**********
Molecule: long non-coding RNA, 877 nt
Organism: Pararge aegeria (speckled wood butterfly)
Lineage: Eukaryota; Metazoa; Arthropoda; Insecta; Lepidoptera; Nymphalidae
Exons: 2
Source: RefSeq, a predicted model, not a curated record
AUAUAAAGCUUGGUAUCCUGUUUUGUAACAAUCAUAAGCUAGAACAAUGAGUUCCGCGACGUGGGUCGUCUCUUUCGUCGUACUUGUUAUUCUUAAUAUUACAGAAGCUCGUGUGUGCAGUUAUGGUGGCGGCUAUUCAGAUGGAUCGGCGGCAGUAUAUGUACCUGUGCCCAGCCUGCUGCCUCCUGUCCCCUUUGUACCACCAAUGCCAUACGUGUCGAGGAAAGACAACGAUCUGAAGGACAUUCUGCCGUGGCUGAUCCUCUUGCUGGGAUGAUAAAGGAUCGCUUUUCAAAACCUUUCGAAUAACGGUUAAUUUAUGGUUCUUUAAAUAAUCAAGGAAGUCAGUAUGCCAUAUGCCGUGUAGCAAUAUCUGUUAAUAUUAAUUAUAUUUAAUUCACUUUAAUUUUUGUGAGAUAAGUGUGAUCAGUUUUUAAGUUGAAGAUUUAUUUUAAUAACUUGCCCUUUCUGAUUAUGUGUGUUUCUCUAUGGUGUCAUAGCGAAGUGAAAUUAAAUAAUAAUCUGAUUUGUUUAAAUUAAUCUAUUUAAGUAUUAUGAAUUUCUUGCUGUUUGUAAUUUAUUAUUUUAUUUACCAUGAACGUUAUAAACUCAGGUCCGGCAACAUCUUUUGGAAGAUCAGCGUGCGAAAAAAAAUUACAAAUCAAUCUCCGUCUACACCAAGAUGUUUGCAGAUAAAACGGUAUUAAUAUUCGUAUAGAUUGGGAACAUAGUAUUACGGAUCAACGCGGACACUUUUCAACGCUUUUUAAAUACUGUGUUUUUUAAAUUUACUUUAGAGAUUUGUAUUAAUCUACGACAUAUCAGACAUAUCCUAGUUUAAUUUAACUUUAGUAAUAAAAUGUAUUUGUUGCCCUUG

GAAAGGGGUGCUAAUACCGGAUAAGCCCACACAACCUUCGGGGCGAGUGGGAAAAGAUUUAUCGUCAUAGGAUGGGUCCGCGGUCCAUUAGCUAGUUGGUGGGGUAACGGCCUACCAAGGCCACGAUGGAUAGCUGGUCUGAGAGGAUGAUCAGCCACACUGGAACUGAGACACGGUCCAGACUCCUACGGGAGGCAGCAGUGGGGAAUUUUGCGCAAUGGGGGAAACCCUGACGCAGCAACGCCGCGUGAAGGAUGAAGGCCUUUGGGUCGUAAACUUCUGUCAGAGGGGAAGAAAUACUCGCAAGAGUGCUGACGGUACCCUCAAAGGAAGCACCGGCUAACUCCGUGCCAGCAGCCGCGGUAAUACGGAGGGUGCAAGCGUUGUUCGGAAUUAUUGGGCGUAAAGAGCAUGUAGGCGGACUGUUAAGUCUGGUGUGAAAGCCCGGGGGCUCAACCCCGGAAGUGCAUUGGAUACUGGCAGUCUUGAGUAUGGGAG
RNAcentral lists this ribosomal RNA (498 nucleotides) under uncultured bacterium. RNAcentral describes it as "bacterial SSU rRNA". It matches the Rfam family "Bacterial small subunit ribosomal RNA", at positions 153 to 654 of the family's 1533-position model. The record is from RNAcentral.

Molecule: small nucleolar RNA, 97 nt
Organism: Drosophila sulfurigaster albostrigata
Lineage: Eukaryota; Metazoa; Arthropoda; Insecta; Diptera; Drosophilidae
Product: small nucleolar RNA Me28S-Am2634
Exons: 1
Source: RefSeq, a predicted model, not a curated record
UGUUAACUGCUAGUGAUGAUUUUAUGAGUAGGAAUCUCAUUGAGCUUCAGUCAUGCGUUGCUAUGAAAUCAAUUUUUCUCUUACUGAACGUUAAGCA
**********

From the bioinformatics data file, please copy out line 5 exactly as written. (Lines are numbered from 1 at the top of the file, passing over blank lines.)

Source: RefSeq, a predicted model, not a curated record